For obvious reasons I’m attached to most photographs depicting Israel. Even looking at photographs of the country in its diversity makes me feel that I’ve been there before, even if I haven’t. It feels familiar. Like home. I thought I could immerse myself in The Road to Emmaus, near Jerusalem, its size made it possible to really feel the warmth of the air, the crunchiness of the earth underfoot and the almost overwhelming view before me. I suppose the immensity of the piece made it more natural to go inside. There’s a constant element to his Israel photographs; everything has changed since Auguste Salzmann went there a hundred years ago, and yet not really all that much has changed at all.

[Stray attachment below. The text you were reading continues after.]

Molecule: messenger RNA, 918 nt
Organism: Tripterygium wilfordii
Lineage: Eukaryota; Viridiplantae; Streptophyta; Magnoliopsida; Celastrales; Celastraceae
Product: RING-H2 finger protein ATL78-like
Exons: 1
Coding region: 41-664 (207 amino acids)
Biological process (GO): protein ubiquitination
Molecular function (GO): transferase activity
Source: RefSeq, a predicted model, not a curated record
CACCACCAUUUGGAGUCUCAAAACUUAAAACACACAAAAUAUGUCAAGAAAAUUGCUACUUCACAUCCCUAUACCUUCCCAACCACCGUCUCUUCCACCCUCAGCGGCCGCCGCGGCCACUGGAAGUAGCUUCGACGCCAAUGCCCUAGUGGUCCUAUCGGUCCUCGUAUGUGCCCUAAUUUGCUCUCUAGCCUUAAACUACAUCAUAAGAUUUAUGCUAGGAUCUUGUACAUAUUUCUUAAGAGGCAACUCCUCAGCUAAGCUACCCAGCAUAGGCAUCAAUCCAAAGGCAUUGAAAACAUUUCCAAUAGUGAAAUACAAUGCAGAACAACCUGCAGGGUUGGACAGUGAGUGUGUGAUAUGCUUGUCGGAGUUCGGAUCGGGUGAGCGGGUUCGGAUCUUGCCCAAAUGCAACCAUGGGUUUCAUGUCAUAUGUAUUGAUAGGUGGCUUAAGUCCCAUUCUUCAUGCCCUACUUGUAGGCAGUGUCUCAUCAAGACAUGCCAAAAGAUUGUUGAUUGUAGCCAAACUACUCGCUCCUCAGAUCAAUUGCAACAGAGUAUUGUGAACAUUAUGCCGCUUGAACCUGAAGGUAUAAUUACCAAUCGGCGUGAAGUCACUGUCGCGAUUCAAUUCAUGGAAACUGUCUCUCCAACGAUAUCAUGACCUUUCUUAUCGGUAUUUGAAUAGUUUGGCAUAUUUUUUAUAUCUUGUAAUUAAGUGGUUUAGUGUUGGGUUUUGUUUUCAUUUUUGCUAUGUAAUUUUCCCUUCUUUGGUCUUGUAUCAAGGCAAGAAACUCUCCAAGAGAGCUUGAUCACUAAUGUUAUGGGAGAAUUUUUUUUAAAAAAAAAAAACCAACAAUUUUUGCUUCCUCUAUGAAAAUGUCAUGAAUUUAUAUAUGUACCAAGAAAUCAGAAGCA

I went to Israel back in October last year with mum and dad and we stayed on Lake Galilee. I didn’t really think I’d enjoy it because I knew what we were heading for; quiet, sleepy environs with cities (I think I’m a city girl) quite far away and the nearest source of civilisation possibly being a kibbutz. And yet when I saw Wenders’ Lake Galilee Before Sunrise (2000) I felt that same sense of calm as I had when waking up in the morning and seeing those placid waters. It’s sort of one of those places. Of course even in October it was dreadfully humid and so the initial tranquility that this photograph imbues is slightly lost when I think back. It’s important to mention that I never saw a sunrise quite like this, all sunrises and sunsets (all 60 million of them) are unique but the sensation that this image provides revives a similar sense of internal peace.